This week, I changed much of the tech behind this site. If you see anything that looks like a bug, please let me know!

House of Commons Hansard #52 of the 38th Parliament, 1st Session. (The original version is on Parliament's site.) The word of the day was industries.

Topics

SupplyGovernment Orders

3:35 p.m.

Bloc

Pauline Picard Bloc Drummond, QC

Mr. Speaker, I thank my colleague for his kind words about my riding. Yes, I am proud of my riding and it is true that there are problems for people when factories close, especially when they are concentrated in the textile industry. On the other hand, the riding of Drummond is enjoying economic growth and has developed other manufacturing niches. In fact, if we had remained solely a textile producer, we would be a riding of ghost towns today.

We may remember that in the early 1950s, it was the textile industry that fed Drummond. Aside from the rural towns, the entire industrial sector of the city of Drummondville was concentrated in the textile and garment industry. We know that. Fortunately, there was a political will and people who took charge to develop something other than textile industries. If they had not done that, we would not be, at present, the economic engine of Quebec.

There is something sad about the closing of these industries in the context of globalization. The government could have taken specific action to protect products made here. The distinction has to be made between the textile industry and the garment industry.

With respect to free trade in clothing, for example, we certainly agree with that. However, we can also talk about manufacturing products domestically. I can mention Denim Swift. It is a company that was purchased by Americans and was operating very well. We invested in research and development so that they could create a yarn to make stretch denim, which was very competitive on the market. All the experts from the Canadian industry department and those from Investissement Québec recognized that the product we were producing was in a very competitive market.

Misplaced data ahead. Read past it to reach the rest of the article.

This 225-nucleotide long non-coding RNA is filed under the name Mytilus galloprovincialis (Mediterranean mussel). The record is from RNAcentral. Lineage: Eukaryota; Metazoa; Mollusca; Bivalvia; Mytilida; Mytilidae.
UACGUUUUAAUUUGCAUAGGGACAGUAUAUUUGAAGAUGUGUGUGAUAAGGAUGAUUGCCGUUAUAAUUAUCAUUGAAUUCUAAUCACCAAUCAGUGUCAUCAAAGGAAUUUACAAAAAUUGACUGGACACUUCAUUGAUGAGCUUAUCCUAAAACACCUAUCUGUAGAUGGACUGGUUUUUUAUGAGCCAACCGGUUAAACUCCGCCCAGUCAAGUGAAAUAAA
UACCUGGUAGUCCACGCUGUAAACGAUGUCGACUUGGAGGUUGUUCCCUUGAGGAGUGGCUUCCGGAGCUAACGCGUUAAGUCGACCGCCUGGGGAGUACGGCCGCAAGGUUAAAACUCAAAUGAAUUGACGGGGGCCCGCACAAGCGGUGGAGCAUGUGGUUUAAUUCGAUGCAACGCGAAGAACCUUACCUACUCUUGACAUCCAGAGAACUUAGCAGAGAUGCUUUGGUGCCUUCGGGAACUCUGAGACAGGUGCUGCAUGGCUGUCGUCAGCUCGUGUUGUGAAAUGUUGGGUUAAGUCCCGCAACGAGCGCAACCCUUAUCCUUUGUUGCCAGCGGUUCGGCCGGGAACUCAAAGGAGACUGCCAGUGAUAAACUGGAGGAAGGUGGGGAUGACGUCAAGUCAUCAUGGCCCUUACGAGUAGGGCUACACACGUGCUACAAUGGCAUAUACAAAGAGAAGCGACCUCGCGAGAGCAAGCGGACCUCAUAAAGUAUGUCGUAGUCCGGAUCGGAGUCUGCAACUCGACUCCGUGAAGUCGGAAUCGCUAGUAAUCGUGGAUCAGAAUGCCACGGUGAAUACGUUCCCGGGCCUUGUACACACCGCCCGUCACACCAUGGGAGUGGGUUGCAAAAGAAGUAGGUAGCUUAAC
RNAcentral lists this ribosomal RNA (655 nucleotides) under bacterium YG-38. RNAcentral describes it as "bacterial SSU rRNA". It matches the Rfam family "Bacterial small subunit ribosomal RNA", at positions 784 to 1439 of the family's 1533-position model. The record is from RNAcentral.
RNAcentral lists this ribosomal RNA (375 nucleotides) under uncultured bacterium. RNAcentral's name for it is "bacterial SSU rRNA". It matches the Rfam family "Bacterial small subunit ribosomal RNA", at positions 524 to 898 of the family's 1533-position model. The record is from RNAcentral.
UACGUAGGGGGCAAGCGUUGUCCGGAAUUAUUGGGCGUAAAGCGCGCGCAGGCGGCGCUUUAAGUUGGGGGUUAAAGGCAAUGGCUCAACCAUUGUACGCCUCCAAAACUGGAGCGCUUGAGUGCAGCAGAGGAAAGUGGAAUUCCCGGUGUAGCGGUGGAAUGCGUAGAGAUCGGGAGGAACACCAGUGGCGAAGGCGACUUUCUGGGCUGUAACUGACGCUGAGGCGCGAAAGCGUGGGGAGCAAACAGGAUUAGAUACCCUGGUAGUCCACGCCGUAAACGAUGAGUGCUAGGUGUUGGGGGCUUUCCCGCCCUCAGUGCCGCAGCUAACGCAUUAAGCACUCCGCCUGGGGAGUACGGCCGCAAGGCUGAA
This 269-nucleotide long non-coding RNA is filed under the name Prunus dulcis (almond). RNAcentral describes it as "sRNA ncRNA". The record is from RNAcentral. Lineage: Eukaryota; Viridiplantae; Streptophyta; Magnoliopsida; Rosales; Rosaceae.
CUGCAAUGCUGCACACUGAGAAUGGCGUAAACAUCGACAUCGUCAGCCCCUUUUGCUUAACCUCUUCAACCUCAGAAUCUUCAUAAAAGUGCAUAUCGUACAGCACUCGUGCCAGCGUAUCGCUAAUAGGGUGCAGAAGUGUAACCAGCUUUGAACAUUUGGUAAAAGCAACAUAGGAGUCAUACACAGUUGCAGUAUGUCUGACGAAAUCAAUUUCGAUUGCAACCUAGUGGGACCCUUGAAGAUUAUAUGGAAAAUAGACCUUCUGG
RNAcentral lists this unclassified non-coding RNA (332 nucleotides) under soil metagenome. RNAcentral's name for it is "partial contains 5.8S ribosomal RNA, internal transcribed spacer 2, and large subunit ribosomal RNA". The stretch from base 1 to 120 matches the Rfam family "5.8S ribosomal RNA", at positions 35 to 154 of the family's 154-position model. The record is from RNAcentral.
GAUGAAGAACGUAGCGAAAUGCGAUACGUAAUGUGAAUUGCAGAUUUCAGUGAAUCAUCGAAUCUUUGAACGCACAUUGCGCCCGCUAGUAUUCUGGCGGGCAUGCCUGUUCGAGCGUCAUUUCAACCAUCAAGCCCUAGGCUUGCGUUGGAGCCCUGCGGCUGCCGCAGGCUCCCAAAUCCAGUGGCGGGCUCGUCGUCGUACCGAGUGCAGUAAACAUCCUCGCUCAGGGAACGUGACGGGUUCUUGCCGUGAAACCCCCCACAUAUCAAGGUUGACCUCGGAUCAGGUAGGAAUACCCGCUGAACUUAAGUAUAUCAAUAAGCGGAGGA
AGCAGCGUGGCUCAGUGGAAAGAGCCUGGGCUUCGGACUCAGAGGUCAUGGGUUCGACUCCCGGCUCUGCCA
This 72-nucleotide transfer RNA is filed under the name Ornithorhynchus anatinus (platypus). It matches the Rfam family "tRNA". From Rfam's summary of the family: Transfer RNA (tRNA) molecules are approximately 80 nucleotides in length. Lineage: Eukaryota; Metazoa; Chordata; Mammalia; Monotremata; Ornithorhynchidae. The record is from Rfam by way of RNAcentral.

What happened was that, since the American plant was no longer competitive, they came to get our expertise and take it away. The government did not see that one coming.

Of course, once again, there were over 600 jobs lost. Among these workers there were some who had worked there for 35 or 40 years. The factory was part of the region's heritage. Some people had worked there from generation to generation. There even were some couples. Today, even in a competitive market, they are having trouble finding work. They do not have the education or technical expertise they need.

When we reach a certain age, it is very difficult to go back to school. Therefore, these individuals are currently forced to live off welfare, even though they have worked and contributed to the employment insurance fund all their lives. That is hard to accept.

SupplyGovernment Orders

3:40 p.m.

Brossard—La Prairie Québec

Liberal

Jacques Saada LiberalMinister of the Economic Development Agency of Canada for the Regions of Quebec and Minister responsible for the Francophonie

Mr. Speaker, it is with both great sadness and great enthusiasm that I rise today to speak on this motion. I am sad because this is indeed a problem, in the textile industry in particular, affecting families which bear the brunt of decisions that were or ought to have been made. All this resulted in these people experiencing the tragedy of unemployment, with everything this entails in personal, family and human terms.That is on the sad side.

The brighter side has to do with the messages of hope that we can hear, much more generally, where textile and economic diversification is concerned, particularly in Quebec.

I would like, if I may, to review briefly actions taken by representatives of my government, not only in macroeconomic terms, but also in terms of my department in particular, Canada Economic Development, both under my predecessors and under myself.